Today we split up a bit because I wanted to spend time with my grandma but all she wants to do is see films so Murli, Divy, and Sanabel went to the beach while my grandma and I went to see the movie “Munich.”
I didn’t know what to expect from Spielberg given his Zionist bent in films such as “Schindler’s List.” My grandma had promised that some Israelis and Jews have been up in arms about it so I was definitely curios about what the film might be saying. In total the film certainly raises questions about the morality of Israel’s practices by showing how the Israeli assassins question their actions of hunting down Palestinians related to the 1972 Black September events beginning with the Olympic killing of Israeli athletes. But while the film shows Israelis questioning their behavior, Spielberg continues with the tired and deeply offensive stereotypes of portraying all Palestinians as terrorists and shows the audience that the only good Palestinian is a dead one.
I was struck by the beginning moments of the film when Golda Meir appears. We see her in her home with a painting of Al Quds (Jerusalem) from the perspective of the Mount of Olives (meaning East Jerusalem, Palestinian territory) and that painting shows the Old City and Al Aqsa mosque, but the hills are completely barren: no homes, no people, not even any olive trees (from the Mount of Olives!!). Her character speaks as if Israel has been behaving morally and civilized until now, but things must change after Jews die publicly in Germany of all places. No mention of 1967 or all of the casualties and suffering at the hands of Israelis. No context of Meir’s history of making explicit statements about her desire to ethnically cleanse Palestinians. The film uses songs like Israel’s national anthem, “Hatikva,” to stir up emotions of the audience.
It is interesting, and important, I think to have some of the Israeli assassin-terrorists question their actions in terms of what it means to be Jewish, Israeli law, and international law. But the most important questioning comes not when they kill a Palestinian, but after they murder a European woman in Amsterdam. It is only then that a character says “I don’t know if we ever were decent.” There are other characters who are perfectly fine saying openly that the only blood that they care about is Jewish blood. There are these moments where the film tries to show that Israelis are somehow trying to act humanely in the course of their terrorist streak across Europe (by showing, for instance, an attempt to make sure a family is not in a building when one man is bombed in his home), but I think the style of killing used in the scene in Beirut is much more telling: indiscriminately murdering an entire building full of people. But there, of course, there are Arab people so care and caution are not used. This type of killing may be rationalized by some Palestinian characters who say things about making the world unsafe for Jews who exploit the Jewish holocaust for their own ends. The protagonist, Avner, asks him “do you really miss your olive trees?” in a naïve way. This is curious because the Israeli character is portrayed as “homeless,” and yet he is told by this Palestinian man, “you don’t know what it is not to have a home.” Indeed. Avner’s eventual exile is nothing like the forced evacuation, massacre, and slaughter of Palestinians on their own exodus out of their land. This character’s own story about what it means to be a Palestinian refugee (right down to the key he wears around his neck, an obvious allusion to al awda). Murdering him in the next scene and seeing his dead body lying in the street is like a double murder: killing his dream of al awda while also killing this man.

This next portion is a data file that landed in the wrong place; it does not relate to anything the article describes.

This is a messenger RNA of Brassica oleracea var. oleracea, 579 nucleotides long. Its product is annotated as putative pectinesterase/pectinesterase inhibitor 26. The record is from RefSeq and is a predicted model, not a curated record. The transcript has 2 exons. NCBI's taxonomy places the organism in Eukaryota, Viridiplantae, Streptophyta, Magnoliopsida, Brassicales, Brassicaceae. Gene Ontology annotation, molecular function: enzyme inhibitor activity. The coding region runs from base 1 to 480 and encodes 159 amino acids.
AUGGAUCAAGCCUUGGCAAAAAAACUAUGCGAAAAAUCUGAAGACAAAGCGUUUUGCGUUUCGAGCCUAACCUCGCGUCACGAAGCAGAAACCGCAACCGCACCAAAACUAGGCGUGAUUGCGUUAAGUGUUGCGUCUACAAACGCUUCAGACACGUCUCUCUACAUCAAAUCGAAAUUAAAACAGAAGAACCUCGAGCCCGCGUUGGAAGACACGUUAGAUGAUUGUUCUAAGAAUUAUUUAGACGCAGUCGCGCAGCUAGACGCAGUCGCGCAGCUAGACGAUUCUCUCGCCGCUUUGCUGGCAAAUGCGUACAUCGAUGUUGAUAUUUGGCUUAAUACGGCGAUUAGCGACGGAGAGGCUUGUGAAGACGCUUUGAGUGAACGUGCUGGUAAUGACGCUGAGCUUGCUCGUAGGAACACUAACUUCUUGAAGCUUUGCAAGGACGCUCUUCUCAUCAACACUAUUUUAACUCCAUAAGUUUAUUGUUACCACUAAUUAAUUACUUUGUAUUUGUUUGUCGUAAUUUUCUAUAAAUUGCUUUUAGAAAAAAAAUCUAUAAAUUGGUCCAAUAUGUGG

The film ends with the main Israeli assassin-terrorist character, Avner, walking along the East River in Brooklyn with the UN directly behind him as he speaks with his boss in Mossad trying to get him to return from “exile” to Israel. The film’s final shot is of the World Trade Center buildings further down Manhattan. An interesting juxtaposition, but one that leaves me still wondering what exactly Spielberg intended to convey about the connections between the UN and the WTC. While this last dialogue is certainly about international law and morality it certainly doesn’t come down in any explicit way by explaining how and why it is immoral and illegal for Israel to behave this way, the same way that the U.S. behaves.
Because the film is a Spielberg film I’m worried about what types of messages people will take away from it. Certainly it is possible to see this film and to glean that Israel is engaged in a soul-killing occupation that will create a society full of Avners, exiled, disconnected from the place and its ideology. But I would credit Tony Kushner with this theme knowing his own anti-Zionist work, which runs contrary to everything Spielberg has done in his career up until this point.